In 1940, the British version of GASLIGHT debuted. Until very recently, most people didn't even know that it existed, as Hollywood execs bought up all the prints and remade it into an Oscar-winning film (the 1944 version with Ingrid Bergman). When the more famous version debuted in 1944, EXPERIMENT PERILOUS also appeared in theaters and BOTH films are very, very similar. Both films concern a seemingly normal husband who is insane and is trying to drive their wives insane--and it just doesn't seem like a mere coincidence that they both were made at about the same time. Despite the lack of originality, EXPERIMENT PERILOUS is still an excellent film--though I naturally have to knock off a point for being derivative.
As far as the acting goes, it was generally exceptional. I particularly liked Paul Lukas, as the insane husband bent on manipulating and destroying his wife, Heddy Lamar. While sounding like Bela Lugosi (after all, they were both Hungarian), he was menacing and exciting to watch.
As for George Brent, we was his usual competent and interesting self--sort of an "everyman" character and he did a good job. The only negative can't be blamed on Brent but the writers. That's because at the end of the film, there is a really dumb and clichéd moment-something you know cannot possibly happen. That's because in the huge confrontation scene with Lukas, Brent beats him up and kicks away the gun---but he never bothers to pick up the gun and runs to the next room. Then, as the cliché goes, Lukas returns again and it's yet another fight. In real life, you'd either keep the gun or just shoot Lukas to end the threat once and for all!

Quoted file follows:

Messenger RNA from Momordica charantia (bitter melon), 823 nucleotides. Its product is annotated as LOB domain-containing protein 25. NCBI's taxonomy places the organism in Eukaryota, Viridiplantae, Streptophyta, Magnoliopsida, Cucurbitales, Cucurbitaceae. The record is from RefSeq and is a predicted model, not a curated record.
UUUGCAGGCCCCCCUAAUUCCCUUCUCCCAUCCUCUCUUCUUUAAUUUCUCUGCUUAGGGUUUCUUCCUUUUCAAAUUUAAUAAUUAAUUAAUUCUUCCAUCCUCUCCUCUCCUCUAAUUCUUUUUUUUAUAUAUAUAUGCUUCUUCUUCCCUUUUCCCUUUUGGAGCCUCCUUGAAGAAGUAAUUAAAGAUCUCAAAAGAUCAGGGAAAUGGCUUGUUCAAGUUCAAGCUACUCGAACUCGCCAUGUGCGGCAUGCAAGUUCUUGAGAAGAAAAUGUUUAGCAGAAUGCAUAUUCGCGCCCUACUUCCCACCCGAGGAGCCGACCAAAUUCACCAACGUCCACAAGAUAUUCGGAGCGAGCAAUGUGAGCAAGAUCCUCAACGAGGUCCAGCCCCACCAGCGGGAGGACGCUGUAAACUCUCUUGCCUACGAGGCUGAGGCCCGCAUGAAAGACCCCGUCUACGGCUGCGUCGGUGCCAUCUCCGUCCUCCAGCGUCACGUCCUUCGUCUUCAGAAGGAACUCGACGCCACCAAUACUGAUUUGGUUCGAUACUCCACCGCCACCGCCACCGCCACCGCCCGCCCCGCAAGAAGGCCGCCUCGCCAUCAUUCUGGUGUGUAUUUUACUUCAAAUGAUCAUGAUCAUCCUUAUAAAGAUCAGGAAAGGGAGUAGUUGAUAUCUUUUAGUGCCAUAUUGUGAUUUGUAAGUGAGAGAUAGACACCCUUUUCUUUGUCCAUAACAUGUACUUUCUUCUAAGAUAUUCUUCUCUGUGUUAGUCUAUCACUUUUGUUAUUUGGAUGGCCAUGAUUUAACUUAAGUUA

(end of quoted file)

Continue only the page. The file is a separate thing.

Hedy Lamarr was the weakest of the main characters, as she was given a typical Hedy Lamarr role. Hollywood insisted on casting her as a zombie-like lady who went through wardrobe change after wardrobe change. Of course she was a beautiful woman, but these sort of "Barbie doll roles" did little to challenge this highly intelligent woman. Sadly, despite having a brilliant mind, you'd never know it from most of the scripts she was given.
I do have a mild complaint, though, about the producer not doing his job well in casting the film. Lukas was a Hungarian and Lamarr was Austrian--yet they played parts that made no sense. First, Lukas spoke with this accent but his sister sounded like a typical American. Second, although Lamarr hid her accent better than most European-born American starlets (such as Greta Garbo and Marlene Dietrich), she did NOT sound like a lady from Vermont!! I think Hattie McDaniel or Marjorie Main sounded more like New Englanders than Miss Lamarr! Mentioning where she was from was unnecessary for the plot--they could have easily just said she was from "the country" and left it at that.
Despite several mistakes here and there and a derivative plot, the film still works because it was exciting and captivated me. Plus, although this was made by a "2nd tier studio" (RKO), it looked great--with the most realistic weather in any 1940s film I can recall--with rain, snow and sleet at different times in the film. That and the set designs and decoration were lovely.
Overall, it's worth a look, but my advice is to seek out the original GASLIGHT--it's the best and most original in the genre.